Don Yeomans, a senior research scientist at JPL, keeps a watchful eye on near-Earth objects — asteroids, comets and other space rocks. Yeomans heads a group charged by NASA to watch for objects whose orbits bring them close to Earth.
Below is a comet ISON Q&A with Don Yeomans, manager of NASA’s Near-Earth Object Program Office at the Jet Propulsion Laboratory, Pasadena, California.
What is so interesting about comet ISON?
There’s great interest in comet ISON for a couple of reasons. First of all, it’s coming from the very edge of our solar system so it stills retains the primordial ices from which it formed four-and-a-half billion years ago. It’s been traveling from the outer edge of the solar system for about five-and-a-half million years to reach us in the inner solar system, and it’s going to make an extremely close approach to the sun and hence could become very bright and possibly a very easy naked-eye object in early December.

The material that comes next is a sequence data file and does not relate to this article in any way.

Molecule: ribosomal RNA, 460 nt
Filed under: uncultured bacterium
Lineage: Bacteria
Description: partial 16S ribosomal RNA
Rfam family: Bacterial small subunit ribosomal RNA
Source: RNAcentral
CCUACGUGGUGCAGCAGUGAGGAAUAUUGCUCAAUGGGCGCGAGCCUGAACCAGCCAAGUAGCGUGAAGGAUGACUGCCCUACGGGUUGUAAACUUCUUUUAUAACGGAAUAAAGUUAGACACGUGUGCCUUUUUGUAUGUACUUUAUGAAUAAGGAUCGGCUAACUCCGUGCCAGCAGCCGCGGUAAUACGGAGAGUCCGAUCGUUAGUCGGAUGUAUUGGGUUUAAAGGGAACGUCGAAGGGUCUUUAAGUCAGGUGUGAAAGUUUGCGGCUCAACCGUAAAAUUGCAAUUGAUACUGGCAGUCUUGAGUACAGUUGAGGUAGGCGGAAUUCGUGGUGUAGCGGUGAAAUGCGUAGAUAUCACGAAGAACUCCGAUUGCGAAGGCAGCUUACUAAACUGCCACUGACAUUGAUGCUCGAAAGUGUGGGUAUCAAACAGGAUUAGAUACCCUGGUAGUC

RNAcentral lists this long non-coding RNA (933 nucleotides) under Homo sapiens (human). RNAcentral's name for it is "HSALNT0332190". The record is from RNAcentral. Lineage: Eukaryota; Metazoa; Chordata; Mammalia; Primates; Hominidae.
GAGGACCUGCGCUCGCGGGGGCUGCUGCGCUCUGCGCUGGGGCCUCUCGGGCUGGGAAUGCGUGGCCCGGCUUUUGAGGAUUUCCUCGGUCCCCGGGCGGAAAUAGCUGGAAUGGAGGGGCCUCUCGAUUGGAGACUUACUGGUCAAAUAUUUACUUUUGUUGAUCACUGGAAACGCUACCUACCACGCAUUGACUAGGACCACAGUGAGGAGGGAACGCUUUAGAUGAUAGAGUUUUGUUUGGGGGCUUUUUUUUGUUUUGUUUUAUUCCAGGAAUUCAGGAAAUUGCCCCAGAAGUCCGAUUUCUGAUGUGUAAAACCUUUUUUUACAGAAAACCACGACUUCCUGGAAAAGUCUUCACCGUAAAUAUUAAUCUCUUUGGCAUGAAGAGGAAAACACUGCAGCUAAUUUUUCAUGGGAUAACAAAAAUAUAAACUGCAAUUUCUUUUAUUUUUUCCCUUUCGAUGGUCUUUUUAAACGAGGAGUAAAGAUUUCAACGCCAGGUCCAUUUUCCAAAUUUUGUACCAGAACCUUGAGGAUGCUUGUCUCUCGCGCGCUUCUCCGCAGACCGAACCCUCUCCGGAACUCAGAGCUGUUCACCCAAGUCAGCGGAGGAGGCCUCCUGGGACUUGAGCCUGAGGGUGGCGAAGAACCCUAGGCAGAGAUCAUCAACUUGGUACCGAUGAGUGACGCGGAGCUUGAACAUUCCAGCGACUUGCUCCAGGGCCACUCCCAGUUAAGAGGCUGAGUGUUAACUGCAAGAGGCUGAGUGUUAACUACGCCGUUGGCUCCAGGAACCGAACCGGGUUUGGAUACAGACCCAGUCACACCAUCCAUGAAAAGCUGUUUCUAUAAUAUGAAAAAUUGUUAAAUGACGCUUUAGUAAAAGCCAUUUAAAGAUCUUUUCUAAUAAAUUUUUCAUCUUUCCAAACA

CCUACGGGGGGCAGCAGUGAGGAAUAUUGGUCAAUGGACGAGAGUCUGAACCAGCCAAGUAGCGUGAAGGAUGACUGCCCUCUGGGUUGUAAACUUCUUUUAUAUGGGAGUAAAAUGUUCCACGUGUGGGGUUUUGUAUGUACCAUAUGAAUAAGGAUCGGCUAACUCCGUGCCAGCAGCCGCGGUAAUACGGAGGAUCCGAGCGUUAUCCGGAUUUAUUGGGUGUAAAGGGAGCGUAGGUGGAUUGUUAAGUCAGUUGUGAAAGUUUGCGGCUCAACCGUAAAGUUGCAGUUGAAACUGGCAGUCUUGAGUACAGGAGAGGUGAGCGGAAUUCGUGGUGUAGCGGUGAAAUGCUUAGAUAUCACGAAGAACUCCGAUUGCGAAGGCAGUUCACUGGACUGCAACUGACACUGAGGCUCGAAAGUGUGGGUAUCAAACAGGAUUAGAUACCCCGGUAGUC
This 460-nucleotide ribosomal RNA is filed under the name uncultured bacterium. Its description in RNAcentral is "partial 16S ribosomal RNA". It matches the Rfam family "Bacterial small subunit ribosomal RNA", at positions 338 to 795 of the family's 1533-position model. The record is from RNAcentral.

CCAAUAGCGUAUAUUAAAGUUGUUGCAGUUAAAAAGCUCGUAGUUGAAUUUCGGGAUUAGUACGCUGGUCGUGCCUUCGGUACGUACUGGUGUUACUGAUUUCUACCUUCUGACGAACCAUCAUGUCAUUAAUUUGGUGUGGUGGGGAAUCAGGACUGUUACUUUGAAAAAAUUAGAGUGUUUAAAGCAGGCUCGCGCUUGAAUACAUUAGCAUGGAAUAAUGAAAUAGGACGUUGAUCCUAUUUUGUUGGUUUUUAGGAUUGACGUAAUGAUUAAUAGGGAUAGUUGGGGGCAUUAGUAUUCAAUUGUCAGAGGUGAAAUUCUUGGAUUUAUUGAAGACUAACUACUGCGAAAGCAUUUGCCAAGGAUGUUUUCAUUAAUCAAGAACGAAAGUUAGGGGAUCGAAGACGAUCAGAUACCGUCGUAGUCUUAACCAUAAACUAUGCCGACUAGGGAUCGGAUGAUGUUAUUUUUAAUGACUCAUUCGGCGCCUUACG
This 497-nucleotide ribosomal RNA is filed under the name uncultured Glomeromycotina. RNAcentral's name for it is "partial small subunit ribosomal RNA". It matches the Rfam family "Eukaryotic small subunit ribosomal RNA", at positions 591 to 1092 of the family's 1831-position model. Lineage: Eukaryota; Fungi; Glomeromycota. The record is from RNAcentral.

What will happen to comet ISON on Thanksgiving?
So there are three possibilities when this comet rounds the sun on Thanksgiving Day 2013 [Nov. 28]. It could be tough enough to survive the passage of the sun and be a fairly bright naked-eye object in the early morning sky in the first week of December. Or, the sun could actually pull it apart. The tidal forces could actually pull this comet apart and so it becomes several chunks rounding the sun and putting on a great show again in early December. Or, if the comet is very weak, it could break up into a cloud of dust and be a complete bust in December.
Do comets like ISON present a scientific opportunity?
There is going to be a small army of amateur and professional astronomers on the Earth, and spacecraft are going to be observing this object near the sun. So we’re going to find out a great deal about what this comet is made of, and hence we are going to find out a great deal about what the solar system was like four-and-a-half billion years ago.
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